Finally, the proposal would add 1.5 miles of new sidewalks, all to streets in SoDo. An incredibly disproportionate share of the city’s traffic fatalities happen in that neighborhood, but it’s not clear how many of those traffic fatalities would have been prevented with the added blocks of sidewalks, which are along 1st Ave S, 4th Avenue S, and S Holgate Street.
Earlier this year, when SDOT rolled out some proposed changes to 4th Avenue S near Holgate following the tragic death of Gan Hao Li in May, the department’s own data showed the high rates of speeding throughout SoDo. SoDo has some of the widest streets in the city, with seven and eight lanes on some of the north-south corridors: high speeds are clearly contributing to the low survival rate when people walking or biking are hit.
SDOT says more changes in SoDo are in planning, just not with this grant. “The Vision Zero program is currently focusing early planning efforts (with local funding) on SODO,” Ali said. “Full planning, design, and community engagement have not yet occurred, though when it does and if there is funding needed to support implementation beyond available City funding, we would likely seek future SS4A or other grant funds to support.”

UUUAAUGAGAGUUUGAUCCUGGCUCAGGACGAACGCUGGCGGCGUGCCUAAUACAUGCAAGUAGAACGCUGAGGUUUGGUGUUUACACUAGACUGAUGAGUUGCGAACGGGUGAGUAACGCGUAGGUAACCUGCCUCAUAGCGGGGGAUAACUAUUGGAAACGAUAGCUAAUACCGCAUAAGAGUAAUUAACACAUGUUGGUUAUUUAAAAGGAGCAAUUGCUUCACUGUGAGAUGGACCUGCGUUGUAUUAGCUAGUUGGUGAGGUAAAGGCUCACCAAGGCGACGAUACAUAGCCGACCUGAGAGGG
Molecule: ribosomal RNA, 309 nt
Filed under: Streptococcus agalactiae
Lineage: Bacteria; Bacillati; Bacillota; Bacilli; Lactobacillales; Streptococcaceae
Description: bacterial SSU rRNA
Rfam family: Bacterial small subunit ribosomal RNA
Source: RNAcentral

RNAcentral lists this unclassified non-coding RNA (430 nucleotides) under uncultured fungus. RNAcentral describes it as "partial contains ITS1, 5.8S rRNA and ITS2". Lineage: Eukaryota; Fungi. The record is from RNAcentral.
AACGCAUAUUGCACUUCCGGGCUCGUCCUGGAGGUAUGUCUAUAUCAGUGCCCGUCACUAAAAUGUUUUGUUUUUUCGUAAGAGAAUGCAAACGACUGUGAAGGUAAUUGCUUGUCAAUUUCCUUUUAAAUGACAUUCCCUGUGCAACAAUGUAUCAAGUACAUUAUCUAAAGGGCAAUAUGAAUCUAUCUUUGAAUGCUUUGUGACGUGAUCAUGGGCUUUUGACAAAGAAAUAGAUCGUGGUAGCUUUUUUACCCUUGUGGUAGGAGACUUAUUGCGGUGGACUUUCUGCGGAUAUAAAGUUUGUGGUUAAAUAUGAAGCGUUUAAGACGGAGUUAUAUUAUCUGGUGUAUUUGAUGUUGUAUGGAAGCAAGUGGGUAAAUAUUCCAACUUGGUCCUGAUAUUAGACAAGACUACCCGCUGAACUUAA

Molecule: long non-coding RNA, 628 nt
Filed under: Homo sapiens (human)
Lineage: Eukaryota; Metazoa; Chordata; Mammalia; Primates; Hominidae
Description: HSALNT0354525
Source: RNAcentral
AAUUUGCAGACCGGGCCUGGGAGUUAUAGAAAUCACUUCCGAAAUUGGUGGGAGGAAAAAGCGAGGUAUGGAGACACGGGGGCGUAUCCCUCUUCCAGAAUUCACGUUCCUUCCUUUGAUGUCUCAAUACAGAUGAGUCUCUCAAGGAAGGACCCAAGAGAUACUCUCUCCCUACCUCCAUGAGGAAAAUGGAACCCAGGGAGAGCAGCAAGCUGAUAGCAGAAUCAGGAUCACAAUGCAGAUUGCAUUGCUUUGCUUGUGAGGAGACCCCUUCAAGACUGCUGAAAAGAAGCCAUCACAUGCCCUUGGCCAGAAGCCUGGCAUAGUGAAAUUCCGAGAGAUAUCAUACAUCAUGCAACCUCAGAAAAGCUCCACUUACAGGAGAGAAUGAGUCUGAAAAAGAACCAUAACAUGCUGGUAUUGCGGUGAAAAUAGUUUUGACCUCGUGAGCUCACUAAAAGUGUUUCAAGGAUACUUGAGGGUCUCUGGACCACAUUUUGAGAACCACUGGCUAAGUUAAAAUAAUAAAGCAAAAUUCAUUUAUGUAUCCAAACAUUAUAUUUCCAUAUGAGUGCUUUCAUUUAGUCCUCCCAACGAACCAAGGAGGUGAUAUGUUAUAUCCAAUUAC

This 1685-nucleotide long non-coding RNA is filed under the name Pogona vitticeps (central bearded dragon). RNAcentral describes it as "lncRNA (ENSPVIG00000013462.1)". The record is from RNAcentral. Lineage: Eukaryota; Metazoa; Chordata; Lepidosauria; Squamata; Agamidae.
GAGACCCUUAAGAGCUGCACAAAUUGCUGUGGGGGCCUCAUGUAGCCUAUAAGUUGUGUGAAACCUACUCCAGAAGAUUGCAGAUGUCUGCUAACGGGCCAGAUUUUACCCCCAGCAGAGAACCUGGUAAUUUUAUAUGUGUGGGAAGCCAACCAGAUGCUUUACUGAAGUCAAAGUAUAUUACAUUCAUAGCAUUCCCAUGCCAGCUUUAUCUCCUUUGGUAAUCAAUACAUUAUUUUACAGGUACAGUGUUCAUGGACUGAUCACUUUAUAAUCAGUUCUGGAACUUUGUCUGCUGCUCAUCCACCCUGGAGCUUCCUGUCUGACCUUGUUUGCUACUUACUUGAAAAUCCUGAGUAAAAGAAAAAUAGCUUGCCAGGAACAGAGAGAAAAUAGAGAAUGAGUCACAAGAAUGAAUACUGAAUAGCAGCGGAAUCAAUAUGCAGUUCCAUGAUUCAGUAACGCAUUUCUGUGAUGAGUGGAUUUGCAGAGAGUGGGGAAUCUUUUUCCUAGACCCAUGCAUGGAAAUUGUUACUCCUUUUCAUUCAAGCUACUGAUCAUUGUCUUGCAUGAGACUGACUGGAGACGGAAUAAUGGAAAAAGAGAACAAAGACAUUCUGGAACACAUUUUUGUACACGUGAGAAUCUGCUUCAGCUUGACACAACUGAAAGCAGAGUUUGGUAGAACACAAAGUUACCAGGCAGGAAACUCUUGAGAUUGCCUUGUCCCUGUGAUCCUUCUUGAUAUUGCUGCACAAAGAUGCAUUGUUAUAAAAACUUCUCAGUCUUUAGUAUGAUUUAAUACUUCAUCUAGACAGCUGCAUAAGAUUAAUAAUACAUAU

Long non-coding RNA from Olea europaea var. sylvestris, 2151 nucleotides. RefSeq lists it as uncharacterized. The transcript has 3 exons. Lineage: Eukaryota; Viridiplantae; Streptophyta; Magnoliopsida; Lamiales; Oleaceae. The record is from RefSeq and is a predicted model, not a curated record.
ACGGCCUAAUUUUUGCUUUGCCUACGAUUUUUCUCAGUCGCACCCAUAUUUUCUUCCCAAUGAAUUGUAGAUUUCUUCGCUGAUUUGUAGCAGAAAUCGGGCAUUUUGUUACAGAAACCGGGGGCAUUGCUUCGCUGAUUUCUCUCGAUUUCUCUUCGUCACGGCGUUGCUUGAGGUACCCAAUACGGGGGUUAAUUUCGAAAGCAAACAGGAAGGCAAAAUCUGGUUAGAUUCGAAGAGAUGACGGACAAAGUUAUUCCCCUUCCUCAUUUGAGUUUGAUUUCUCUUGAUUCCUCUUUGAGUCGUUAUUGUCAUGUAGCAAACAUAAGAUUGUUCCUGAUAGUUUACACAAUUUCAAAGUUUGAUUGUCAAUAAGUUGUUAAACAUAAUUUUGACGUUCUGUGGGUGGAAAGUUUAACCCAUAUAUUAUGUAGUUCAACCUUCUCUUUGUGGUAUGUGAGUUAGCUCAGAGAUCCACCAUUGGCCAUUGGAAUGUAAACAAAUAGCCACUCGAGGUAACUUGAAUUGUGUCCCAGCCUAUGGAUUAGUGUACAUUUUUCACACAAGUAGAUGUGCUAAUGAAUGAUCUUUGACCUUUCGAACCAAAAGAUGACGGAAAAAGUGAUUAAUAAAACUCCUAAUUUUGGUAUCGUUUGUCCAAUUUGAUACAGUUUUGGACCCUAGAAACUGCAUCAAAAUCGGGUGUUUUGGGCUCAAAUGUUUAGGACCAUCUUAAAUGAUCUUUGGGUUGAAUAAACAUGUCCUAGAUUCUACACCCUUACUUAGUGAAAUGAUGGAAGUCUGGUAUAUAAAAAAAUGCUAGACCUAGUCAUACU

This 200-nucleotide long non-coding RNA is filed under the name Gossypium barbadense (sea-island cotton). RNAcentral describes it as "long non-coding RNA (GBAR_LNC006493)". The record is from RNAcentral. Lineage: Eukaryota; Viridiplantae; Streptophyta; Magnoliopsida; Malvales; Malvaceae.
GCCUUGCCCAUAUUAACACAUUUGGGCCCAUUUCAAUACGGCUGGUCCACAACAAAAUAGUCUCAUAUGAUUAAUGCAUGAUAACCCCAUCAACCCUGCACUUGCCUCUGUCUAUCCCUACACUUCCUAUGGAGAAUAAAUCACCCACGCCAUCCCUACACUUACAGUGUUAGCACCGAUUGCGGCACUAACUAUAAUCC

A large scale investment like this in safety across the city may be the city’s only hope of reversing the escalating trend of people being seriously hurt and killed in traffic. This large Safe Streets For All grant application represents the city of Seattle’s first big request for street improvement funding available from the IIJA, with SDOT having skipped applying for funding from the expanded RAISE grant program this year. Along with the Reconnecting Communities grant program, which would be a good fit for the Reconnect South Park proposal, there are some big opportunities for Seattle to transform its streets and public spaces with this added funding from the federal government over the next few years. Even the applications that aren’t successful tell us a lot about where city leadership is headed.
Ryan Packer lives in the Summit Slope neighborhood of Capitol Hill and has been writing for the The Urbanist since 2015. They report on multimodal transportation issues, #VisionZero, preservation, and local politics. They believe in using Seattle's history to help attain the vibrant, diverse city that we all wish to inhabit. Ryan's writing has appeared in Capitol Hill Seattle Blog, Bike Portland, and Seattle Bike Blog, where they also did a four-month stint as temporary editor.